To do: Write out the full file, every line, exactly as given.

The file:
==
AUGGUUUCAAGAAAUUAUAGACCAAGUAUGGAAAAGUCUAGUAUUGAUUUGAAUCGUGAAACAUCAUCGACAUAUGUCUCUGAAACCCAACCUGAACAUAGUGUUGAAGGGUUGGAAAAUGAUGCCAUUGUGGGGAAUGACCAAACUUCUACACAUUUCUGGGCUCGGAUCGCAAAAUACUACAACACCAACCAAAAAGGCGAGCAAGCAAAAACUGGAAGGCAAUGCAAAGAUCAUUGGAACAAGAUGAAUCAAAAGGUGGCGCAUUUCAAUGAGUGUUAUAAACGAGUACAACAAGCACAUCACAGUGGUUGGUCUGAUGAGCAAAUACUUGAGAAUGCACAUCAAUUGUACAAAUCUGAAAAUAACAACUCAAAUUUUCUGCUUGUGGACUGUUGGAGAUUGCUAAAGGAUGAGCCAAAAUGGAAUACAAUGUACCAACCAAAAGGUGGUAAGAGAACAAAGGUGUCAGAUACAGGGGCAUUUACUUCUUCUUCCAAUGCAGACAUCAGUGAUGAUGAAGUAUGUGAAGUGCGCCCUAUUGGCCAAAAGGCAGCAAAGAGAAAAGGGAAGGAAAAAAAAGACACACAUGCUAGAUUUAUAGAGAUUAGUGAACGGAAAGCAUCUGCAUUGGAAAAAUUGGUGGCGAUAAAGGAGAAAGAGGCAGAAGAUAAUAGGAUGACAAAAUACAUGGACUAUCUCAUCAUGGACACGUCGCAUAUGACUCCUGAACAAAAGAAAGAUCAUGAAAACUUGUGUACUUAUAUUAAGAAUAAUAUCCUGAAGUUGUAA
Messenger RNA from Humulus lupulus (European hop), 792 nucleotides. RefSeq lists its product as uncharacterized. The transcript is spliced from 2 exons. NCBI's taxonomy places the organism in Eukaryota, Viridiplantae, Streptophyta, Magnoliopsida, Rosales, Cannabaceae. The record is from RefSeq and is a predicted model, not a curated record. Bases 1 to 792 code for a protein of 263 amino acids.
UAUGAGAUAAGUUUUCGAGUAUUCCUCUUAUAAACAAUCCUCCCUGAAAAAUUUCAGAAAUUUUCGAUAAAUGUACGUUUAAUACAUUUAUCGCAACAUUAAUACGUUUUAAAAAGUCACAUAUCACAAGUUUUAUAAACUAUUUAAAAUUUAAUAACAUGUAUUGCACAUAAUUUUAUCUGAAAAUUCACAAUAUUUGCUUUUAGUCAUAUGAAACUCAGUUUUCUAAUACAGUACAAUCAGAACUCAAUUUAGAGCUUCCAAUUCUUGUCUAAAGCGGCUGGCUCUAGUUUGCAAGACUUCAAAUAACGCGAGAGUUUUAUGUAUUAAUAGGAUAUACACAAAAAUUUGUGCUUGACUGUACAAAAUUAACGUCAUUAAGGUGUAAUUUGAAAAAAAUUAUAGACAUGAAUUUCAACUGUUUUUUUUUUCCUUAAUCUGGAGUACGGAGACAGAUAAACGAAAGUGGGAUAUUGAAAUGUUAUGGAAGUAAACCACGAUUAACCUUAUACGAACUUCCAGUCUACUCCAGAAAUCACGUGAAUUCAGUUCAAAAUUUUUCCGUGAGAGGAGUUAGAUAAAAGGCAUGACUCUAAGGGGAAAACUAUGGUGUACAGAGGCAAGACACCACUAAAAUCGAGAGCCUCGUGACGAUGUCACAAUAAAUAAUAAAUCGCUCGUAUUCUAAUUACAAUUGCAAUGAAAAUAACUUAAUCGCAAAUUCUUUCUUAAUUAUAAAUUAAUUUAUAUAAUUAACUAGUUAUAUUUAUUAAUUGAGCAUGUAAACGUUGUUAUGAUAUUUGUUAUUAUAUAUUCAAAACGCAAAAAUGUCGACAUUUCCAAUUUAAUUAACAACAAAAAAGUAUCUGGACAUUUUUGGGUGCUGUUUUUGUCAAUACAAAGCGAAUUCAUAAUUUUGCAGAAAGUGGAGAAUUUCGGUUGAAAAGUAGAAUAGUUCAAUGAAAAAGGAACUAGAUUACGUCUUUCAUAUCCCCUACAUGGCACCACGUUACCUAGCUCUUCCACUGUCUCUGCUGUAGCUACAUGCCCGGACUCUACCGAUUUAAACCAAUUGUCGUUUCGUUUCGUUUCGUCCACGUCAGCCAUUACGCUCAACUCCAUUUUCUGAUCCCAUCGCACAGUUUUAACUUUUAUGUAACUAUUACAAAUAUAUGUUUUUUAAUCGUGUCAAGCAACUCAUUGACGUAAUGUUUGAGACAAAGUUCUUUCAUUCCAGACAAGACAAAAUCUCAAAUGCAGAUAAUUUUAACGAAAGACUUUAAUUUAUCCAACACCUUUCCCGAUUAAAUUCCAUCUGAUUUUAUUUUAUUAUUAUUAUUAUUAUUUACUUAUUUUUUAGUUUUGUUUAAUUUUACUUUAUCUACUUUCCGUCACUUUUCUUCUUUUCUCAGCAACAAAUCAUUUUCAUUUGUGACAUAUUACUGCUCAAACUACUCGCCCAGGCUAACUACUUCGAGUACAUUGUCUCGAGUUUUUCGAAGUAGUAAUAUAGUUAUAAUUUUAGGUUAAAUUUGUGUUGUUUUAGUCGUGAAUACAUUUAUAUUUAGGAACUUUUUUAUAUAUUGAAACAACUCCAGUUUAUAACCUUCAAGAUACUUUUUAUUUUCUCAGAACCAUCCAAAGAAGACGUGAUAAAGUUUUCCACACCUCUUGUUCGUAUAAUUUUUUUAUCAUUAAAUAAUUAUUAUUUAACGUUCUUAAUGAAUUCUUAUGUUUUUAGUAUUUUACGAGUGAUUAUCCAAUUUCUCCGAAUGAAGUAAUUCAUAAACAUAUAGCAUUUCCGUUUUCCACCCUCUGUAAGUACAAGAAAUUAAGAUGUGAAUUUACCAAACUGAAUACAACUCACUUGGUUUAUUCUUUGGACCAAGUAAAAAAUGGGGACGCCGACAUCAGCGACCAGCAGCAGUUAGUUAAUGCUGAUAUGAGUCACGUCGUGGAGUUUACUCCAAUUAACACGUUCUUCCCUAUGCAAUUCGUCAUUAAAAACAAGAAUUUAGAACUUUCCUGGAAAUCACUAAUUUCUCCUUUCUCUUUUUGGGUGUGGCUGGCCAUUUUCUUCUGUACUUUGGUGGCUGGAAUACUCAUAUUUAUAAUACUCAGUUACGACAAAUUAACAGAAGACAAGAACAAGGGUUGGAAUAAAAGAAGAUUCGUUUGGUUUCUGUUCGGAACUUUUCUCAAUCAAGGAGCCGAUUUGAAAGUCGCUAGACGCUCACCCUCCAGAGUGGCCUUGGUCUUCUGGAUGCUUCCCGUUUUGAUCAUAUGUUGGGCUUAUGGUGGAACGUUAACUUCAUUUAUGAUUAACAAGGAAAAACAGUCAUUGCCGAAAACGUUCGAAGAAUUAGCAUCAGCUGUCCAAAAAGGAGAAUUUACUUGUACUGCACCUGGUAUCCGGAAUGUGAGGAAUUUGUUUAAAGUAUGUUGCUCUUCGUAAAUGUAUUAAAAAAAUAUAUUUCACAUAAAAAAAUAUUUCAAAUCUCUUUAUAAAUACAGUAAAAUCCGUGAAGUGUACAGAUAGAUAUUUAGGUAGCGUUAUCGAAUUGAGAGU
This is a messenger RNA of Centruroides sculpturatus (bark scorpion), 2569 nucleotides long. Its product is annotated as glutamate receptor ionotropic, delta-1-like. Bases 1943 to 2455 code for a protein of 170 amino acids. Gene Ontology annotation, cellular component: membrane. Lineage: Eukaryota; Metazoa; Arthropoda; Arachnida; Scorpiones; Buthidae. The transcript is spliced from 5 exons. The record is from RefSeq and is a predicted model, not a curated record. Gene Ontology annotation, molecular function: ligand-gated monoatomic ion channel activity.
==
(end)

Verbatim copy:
AUGGUUUCAAGAAAUUAUAGACCAAGUAUGGAAAAGUCUAGUAUUGAUUUGAAUCGUGAAACAUCAUCGACAUAUGUCUCUGAAACCCAACCUGAACAUAGUGUUGAAGGGUUGGAAAAUGAUGCCAUUGUGGGGAAUGACCAAACUUCUACACAUUUCUGGGCUCGGAUCGCAAAAUACUACAACACCAACCAAAAAGGCGAGCAAGCAAAAACUGGAAGGCAAUGCAAAGAUCAUUGGAACAAGAUGAAUCAAAAGGUGGCGCAUUUCAAUGAGUGUUAUAAACGAGUACAACAAGCACAUCACAGUGGUUGGUCUGAUGAGCAAAUACUUGAGAAUGCACAUCAAUUGUACAAAUCUGAAAAUAACAACUCAAAUUUUCUGCUUGUGGACUGUUGGAGAUUGCUAAAGGAUGAGCCAAAAUGGAAUACAAUGUACCAACCAAAAGGUGGUAAGAGAACAAAGGUGUCAGAUACAGGGGCAUUUACUUCUUCUUCCAAUGCAGACAUCAGUGAUGAUGAAGUAUGUGAAGUGCGCCCUAUUGGCCAAAAGGCAGCAAAGAGAAAAGGGAAGGAAAAAAAAGACACACAUGCUAGAUUUAUAGAGAUUAGUGAACGGAAAGCAUCUGCAUUGGAAAAAUUGGUGGCGAUAAAGGAGAAAGAGGCAGAAGAUAAUAGGAUGACAAAAUACAUGGACUAUCUCAUCAUGGACACGUCGCAUAUGACUCCUGAACAAAAGAAAGAUCAUGAAAACUUGUGUACUUAUAUUAAGAAUAAUAUCCUGAAGUUGUAA
Messenger RNA from Humulus lupulus (European hop), 792 nucleotides. RefSeq lists its product as uncharacterized. The transcript is spliced from 2 exons. NCBI's taxonomy places the organism in Eukaryota, Viridiplantae, Streptophyta, Magnoliopsida, Rosales, Cannabaceae. The record is from RefSeq and is a predicted model, not a curated record. Bases 1 to 792 code for a protein of 263 amino acids.
UAUGAGAUAAGUUUUCGAGUAUUCCUCUUAUAAACAAUCCUCCCUGAAAAAUUUCAGAAAUUUUCGAUAAAUGUACGUUUAAUACAUUUAUCGCAACAUUAAUACGUUUUAAAAAGUCACAUAUCACAAGUUUUAUAAACUAUUUAAAAUUUAAUAACAUGUAUUGCACAUAAUUUUAUCUGAAAAUUCACAAUAUUUGCUUUUAGUCAUAUGAAACUCAGUUUUCUAAUACAGUACAAUCAGAACUCAAUUUAGAGCUUCCAAUUCUUGUCUAAAGCGGCUGGCUCUAGUUUGCAAGACUUCAAAUAACGCGAGAGUUUUAUGUAUUAAUAGGAUAUACACAAAAAUUUGUGCUUGACUGUACAAAAUUAACGUCAUUAAGGUGUAAUUUGAAAAAAAUUAUAGACAUGAAUUUCAACUGUUUUUUUUUUCCUUAAUCUGGAGUACGGAGACAGAUAAACGAAAGUGGGAUAUUGAAAUGUUAUGGAAGUAAACCACGAUUAACCUUAUACGAACUUCCAGUCUACUCCAGAAAUCACGUGAAUUCAGUUCAAAAUUUUUCCGUGAGAGGAGUUAGAUAAAAGGCAUGACUCUAAGGGGAAAACUAUGGUGUACAGAGGCAAGACACCACUAAAAUCGAGAGCCUCGUGACGAUGUCACAAUAAAUAAUAAAUCGCUCGUAUUCUAAUUACAAUUGCAAUGAAAAUAACUUAAUCGCAAAUUCUUUCUUAAUUAUAAAUUAAUUUAUAUAAUUAACUAGUUAUAUUUAUUAAUUGAGCAUGUAAACGUUGUUAUGAUAUUUGUUAUUAUAUAUUCAAAACGCAAAAAUGUCGACAUUUCCAAUUUAAUUAACAACAAAAAAGUAUCUGGACAUUUUUGGGUGCUGUUUUUGUCAAUACAAAGCGAAUUCAUAAUUUUGCAGAAAGUGGAGAAUUUCGGUUGAAAAGUAGAAUAGUUCAAUGAAAAAGGAACUAGAUUACGUCUUUCAUAUCCCCUACAUGGCACCACGUUACCUAGCUCUUCCACUGUCUCUGCUGUAGCUACAUGCCCGGACUCUACCGAUUUAAACCAAUUGUCGUUUCGUUUCGUUUCGUCCACGUCAGCCAUUACGCUCAACUCCAUUUUCUGAUCCCAUCGCACAGUUUUAACUUUUAUGUAACUAUUACAAAUAUAUGUUUUUUAAUCGUGUCAAGCAACUCAUUGACGUAAUGUUUGAGACAAAGUUCUUUCAUUCCAGACAAGACAAAAUCUCAAAUGCAGAUAAUUUUAACGAAAGACUUUAAUUUAUCCAACACCUUUCCCGAUUAAAUUCCAUCUGAUUUUAUUUUAUUAUUAUUAUUAUUAUUUACUUAUUUUUUAGUUUUGUUUAAUUUUACUUUAUCUACUUUCCGUCACUUUUCUUCUUUUCUCAGCAACAAAUCAUUUUCAUUUGUGACAUAUUACUGCUCAAACUACUCGCCCAGGCUAACUACUUCGAGUACAUUGUCUCGAGUUUUUCGAAGUAGUAAUAUAGUUAUAAUUUUAGGUUAAAUUUGUGUUGUUUUAGUCGUGAAUACAUUUAUAUUUAGGAACUUUUUUAUAUAUUGAAACAACUCCAGUUUAUAACCUUCAAGAUACUUUUUAUUUUCUCAGAACCAUCCAAAGAAGACGUGAUAAAGUUUUCCACACCUCUUGUUCGUAUAAUUUUUUUAUCAUUAAAUAAUUAUUAUUUAACGUUCUUAAUGAAUUCUUAUGUUUUUAGUAUUUUACGAGUGAUUAUCCAAUUUCUCCGAAUGAAGUAAUUCAUAAACAUAUAGCAUUUCCGUUUUCCACCCUCUGUAAGUACAAGAAAUUAAGAUGUGAAUUUACCAAACUGAAUACAACUCACUUGGUUUAUUCUUUGGACCAAGUAAAAAAUGGGGACGCCGACAUCAGCGACCAGCAGCAGUUAGUUAAUGCUGAUAUGAGUCACGUCGUGGAGUUUACUCCAAUUAACACGUUCUUCCCUAUGCAAUUCGUCAUUAAAAACAAGAAUUUAGAACUUUCCUGGAAAUCACUAAUUUCUCCUUUCUCUUUUUGGGUGUGGCUGGCCAUUUUCUUCUGUACUUUGGUGGCUGGAAUACUCAUAUUUAUAAUACUCAGUUACGACAAAUUAACAGAAGACAAGAACAAGGGUUGGAAUAAAAGAAGAUUCGUUUGGUUUCUGUUCGGAACUUUUCUCAAUCAAGGAGCCGAUUUGAAAGUCGCUAGACGCUCACCCUCCAGAGUGGCCUUGGUCUUCUGGAUGCUUCCCGUUUUGAUCAUAUGUUGGGCUUAUGGUGGAACGUUAACUUCAUUUAUGAUUAACAAGGAAAAACAGUCAUUGCCGAAAACGUUCGAAGAAUUAGCAUCAGCUGUCCAAAAAGGAGAAUUUACUUGUACUGCACCUGGUAUCCGGAAUGUGAGGAAUUUGUUUAAAGUAUGUUGCUCUUCGUAAAUGUAUUAAAAAAAUAUAUUUCACAUAAAAAAAUAUUUCAAAUCUCUUUAUAAAUACAGUAAAAUCCGUGAAGUGUACAGAUAGAUAUUUAGGUAGCGUUAUCGAAUUGAGAGU
This is a messenger RNA of Centruroides sculpturatus (bark scorpion), 2569 nucleotides long. Its product is annotated as glutamate receptor ionotropic, delta-1-like. Bases 1943 to 2455 code for a protein of 170 amino acids. Gene Ontology annotation, cellular component: membrane. Lineage: Eukaryota; Metazoa; Arthropoda; Arachnida; Scorpiones; Buthidae. The transcript is spliced from 5 exons. The record is from RefSeq and is a predicted model, not a curated record. Gene Ontology annotation, molecular function: ligand-gated monoatomic ion channel activity.